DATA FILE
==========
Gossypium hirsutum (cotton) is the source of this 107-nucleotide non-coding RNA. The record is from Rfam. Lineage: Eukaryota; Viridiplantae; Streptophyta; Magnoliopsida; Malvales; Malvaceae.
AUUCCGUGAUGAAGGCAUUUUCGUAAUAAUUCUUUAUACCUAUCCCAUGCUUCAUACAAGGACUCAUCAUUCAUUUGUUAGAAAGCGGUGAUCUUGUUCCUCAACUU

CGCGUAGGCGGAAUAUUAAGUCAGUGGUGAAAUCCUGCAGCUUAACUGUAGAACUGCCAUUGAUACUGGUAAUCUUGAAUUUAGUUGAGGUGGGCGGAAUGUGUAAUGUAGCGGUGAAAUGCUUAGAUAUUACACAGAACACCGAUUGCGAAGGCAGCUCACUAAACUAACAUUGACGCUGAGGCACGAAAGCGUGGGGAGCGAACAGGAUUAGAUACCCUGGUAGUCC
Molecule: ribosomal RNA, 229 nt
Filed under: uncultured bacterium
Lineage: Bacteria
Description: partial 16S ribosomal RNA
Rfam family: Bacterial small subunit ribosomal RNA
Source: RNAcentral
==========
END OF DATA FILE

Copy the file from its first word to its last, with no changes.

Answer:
Gossypium hirsutum (cotton) is the source of this 107-nucleotide non-coding RNA. The record is from Rfam. Lineage: Eukaryota; Viridiplantae; Streptophyta; Magnoliopsida; Malvales; Malvaceae.
AUUCCGUGAUGAAGGCAUUUUCGUAAUAAUUCUUUAUACCUAUCCCAUGCUUCAUACAAGGACUCAUCAUUCAUUUGUUAGAAAGCGGUGAUCUUGUUCCUCAACUU

CGCGUAGGCGGAAUAUUAAGUCAGUGGUGAAAUCCUGCAGCUUAACUGUAGAACUGCCAUUGAUACUGGUAAUCUUGAAUUUAGUUGAGGUGGGCGGAAUGUGUAAUGUAGCGGUGAAAUGCUUAGAUAUUACACAGAACACCGAUUGCGAAGGCAGCUCACUAAACUAACAUUGACGCUGAGGCACGAAAGCGUGGGGAGCGAACAGGAUUAGAUACCCUGGUAGUCC
Molecule: ribosomal RNA, 229 nt
Filed under: uncultured bacterium
Lineage: Bacteria
Description: partial 16S ribosomal RNA
Rfam family: Bacterial small subunit ribosomal RNA
Source: RNAcentral